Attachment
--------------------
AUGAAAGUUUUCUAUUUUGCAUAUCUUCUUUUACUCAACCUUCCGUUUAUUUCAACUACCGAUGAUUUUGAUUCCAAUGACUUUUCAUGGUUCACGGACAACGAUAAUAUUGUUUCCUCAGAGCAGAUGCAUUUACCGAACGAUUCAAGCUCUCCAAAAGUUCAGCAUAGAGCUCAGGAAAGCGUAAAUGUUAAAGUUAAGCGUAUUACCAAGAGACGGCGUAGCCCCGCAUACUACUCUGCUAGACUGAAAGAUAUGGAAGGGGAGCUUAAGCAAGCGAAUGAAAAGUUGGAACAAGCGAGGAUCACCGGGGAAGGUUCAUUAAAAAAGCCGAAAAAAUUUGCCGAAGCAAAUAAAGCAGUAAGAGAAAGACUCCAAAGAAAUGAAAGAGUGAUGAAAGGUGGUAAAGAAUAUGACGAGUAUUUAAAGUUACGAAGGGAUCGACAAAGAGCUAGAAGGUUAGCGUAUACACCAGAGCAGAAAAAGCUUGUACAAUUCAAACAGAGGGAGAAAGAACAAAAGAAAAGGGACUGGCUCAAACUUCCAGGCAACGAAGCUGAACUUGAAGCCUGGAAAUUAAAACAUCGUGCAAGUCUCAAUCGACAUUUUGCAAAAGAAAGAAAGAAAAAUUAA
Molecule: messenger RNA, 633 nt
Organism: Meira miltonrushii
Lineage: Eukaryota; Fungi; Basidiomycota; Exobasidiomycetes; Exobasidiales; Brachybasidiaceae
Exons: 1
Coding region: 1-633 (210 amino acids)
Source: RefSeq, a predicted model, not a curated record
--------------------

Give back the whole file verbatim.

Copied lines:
AUGAAAGUUUUCUAUUUUGCAUAUCUUCUUUUACUCAACCUUCCGUUUAUUUCAACUACCGAUGAUUUUGAUUCCAAUGACUUUUCAUGGUUCACGGACAACGAUAAUAUUGUUUCCUCAGAGCAGAUGCAUUUACCGAACGAUUCAAGCUCUCCAAAAGUUCAGCAUAGAGCUCAGGAAAGCGUAAAUGUUAAAGUUAAGCGUAUUACCAAGAGACGGCGUAGCCCCGCAUACUACUCUGCUAGACUGAAAGAUAUGGAAGGGGAGCUUAAGCAAGCGAAUGAAAAGUUGGAACAAGCGAGGAUCACCGGGGAAGGUUCAUUAAAAAAGCCGAAAAAAUUUGCCGAAGCAAAUAAAGCAGUAAGAGAAAGACUCCAAAGAAAUGAAAGAGUGAUGAAAGGUGGUAAAGAAUAUGACGAGUAUUUAAAGUUACGAAGGGAUCGACAAAGAGCUAGAAGGUUAGCGUAUACACCAGAGCAGAAAAAGCUUGUACAAUUCAAACAGAGGGAGAAAGAACAAAAGAAAAGGGACUGGCUCAAACUUCCAGGCAACGAAGCUGAACUUGAAGCCUGGAAAUUAAAACAUCGUGCAAGUCUCAAUCGACAUUUUGCAAAAGAAAGAAAGAAAAAUUAA
Molecule: messenger RNA, 633 nt
Organism: Meira miltonrushii
Lineage: Eukaryota; Fungi; Basidiomycota; Exobasidiomycetes; Exobasidiales; Brachybasidiaceae
Exons: 1
Coding region: 1-633 (210 amino acids)
Source: RefSeq, a predicted model, not a curated record